Gait training with a safety suspension device accelerates the achievement of supervision level walking in subacute stroke: a randomized controlled trial

Kenji Kawakami, Hiroyuki Miyasaka, Yuichi Hioki, Ayako Furumoto, Shigeru Sonoda

Research output: Contribution to journalArticlepeer-review

Abstract

Practicing walking in a safety suspension device allows patients to move freely and without excessive reliance on a therapist, which requires correcting errors and may facilitate motor learning. This opens the possibility that patients with subacute stroke may improve their walking ability more rapidly. Therefore, we tested the hypothesis that overground gait training in a safety suspension device will result in achieving faster supervision-level walking than gait training without the suspension device. Twenty-seven patients with stroke admitted to the rehabilitation ward with functional ambulation categories (FAC) score of 2 at admission were randomly allocated to safety suspension-device group (SS group) or conventional assisted-gait training group (control group). In addition to regular physical therapy, each group underwent additional gait training for 60 min a day, 5 days a week for 4 weeks. We counted the days until reaching a FAC score of 3 and assessed the probability using Cox regression models. The median days required to reach a FAC score of 3 were 7 days for the SS group and 17.5 days for the control group, which was significantly different between the groups (P < 0.05). The SS group had a higher probability of reaching a FAC score of 3 after adjusting for age and admission motor impairment (hazard ratio = 3.61, 95% confidence interval = 1.40-9.33, P < 0.01). The gait training with a safety suspension device accelerates reaching the supervision-level walking during inpatient rehabilitation. We speculate that a safety suspension device facilitated learning by allowing errors to be experienced and correct in a safe environment.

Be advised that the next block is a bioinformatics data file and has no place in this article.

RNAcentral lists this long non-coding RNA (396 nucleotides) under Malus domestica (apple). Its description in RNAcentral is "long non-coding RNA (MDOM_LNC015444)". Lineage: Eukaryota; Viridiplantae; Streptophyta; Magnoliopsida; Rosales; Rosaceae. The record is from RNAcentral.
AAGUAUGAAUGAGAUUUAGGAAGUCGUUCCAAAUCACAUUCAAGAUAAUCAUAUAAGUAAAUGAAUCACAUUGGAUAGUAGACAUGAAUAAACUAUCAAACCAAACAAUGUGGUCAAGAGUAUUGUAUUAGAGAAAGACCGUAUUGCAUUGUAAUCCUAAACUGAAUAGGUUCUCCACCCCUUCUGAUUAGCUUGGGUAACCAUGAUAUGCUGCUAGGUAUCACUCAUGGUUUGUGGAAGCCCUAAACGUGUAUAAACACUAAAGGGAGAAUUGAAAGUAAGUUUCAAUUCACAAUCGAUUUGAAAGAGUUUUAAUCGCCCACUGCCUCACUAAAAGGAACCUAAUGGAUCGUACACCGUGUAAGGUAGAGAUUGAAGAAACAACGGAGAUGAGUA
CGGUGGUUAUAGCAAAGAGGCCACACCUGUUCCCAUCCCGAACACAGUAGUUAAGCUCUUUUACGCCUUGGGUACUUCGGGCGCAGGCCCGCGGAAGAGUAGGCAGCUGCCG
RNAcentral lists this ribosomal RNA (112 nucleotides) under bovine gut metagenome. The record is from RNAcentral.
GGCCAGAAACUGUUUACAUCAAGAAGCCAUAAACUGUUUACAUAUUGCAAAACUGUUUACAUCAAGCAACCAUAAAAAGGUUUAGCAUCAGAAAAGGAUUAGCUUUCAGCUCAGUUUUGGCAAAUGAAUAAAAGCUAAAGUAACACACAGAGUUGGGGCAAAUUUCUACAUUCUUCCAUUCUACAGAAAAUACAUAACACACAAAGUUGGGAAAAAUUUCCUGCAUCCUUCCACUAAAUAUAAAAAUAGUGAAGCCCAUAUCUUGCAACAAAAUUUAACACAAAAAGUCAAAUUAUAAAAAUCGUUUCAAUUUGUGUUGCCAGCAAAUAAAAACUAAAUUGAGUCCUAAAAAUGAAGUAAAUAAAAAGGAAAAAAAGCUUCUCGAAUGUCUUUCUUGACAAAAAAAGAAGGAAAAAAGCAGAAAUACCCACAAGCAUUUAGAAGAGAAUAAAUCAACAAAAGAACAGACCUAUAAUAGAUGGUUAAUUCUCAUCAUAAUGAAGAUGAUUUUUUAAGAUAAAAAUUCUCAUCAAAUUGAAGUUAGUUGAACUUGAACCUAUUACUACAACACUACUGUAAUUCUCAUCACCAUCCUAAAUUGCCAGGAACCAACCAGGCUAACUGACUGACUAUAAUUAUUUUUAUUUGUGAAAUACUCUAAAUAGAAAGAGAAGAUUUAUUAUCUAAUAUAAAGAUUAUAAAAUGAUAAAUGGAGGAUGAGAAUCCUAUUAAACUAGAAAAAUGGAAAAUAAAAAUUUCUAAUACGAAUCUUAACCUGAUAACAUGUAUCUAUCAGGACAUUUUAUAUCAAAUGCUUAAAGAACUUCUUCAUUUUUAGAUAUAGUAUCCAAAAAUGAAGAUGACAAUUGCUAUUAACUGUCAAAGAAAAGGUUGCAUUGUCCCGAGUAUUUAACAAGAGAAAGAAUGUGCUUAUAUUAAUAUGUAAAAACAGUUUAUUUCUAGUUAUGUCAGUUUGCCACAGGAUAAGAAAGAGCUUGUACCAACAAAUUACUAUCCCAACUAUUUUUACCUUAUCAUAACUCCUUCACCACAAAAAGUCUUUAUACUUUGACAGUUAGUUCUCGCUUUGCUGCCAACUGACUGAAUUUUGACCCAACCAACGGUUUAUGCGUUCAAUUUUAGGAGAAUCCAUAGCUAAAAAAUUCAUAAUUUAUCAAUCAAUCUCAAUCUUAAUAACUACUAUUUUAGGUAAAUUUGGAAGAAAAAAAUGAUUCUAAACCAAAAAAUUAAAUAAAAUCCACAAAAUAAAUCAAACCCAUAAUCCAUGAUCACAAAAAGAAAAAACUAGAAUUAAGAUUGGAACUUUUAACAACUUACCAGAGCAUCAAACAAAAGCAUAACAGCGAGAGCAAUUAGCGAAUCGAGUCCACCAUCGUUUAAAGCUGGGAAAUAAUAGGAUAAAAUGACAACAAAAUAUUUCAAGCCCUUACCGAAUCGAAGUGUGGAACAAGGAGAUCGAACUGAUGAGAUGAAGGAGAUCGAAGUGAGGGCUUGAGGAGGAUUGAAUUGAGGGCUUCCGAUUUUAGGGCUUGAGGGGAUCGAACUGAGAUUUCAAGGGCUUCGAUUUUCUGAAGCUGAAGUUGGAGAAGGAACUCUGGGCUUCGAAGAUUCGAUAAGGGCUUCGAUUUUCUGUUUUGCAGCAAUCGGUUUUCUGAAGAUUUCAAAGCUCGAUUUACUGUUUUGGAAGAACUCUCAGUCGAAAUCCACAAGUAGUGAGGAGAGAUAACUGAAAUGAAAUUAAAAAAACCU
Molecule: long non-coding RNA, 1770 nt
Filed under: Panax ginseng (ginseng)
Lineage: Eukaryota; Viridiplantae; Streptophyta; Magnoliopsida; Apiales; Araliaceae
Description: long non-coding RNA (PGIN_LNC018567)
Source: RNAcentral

Original languageEnglish
Pages (from-to)75-80
Number of pages6
JournalInternational Journal of Rehabilitation Research
Volume47
Issue number2
DOIs
Publication statusPublished - 01-06-2024
Externally publishedYes

All Science Journal Classification (ASJC) codes

  • Physical Therapy, Sports Therapy and Rehabilitation
  • Rehabilitation

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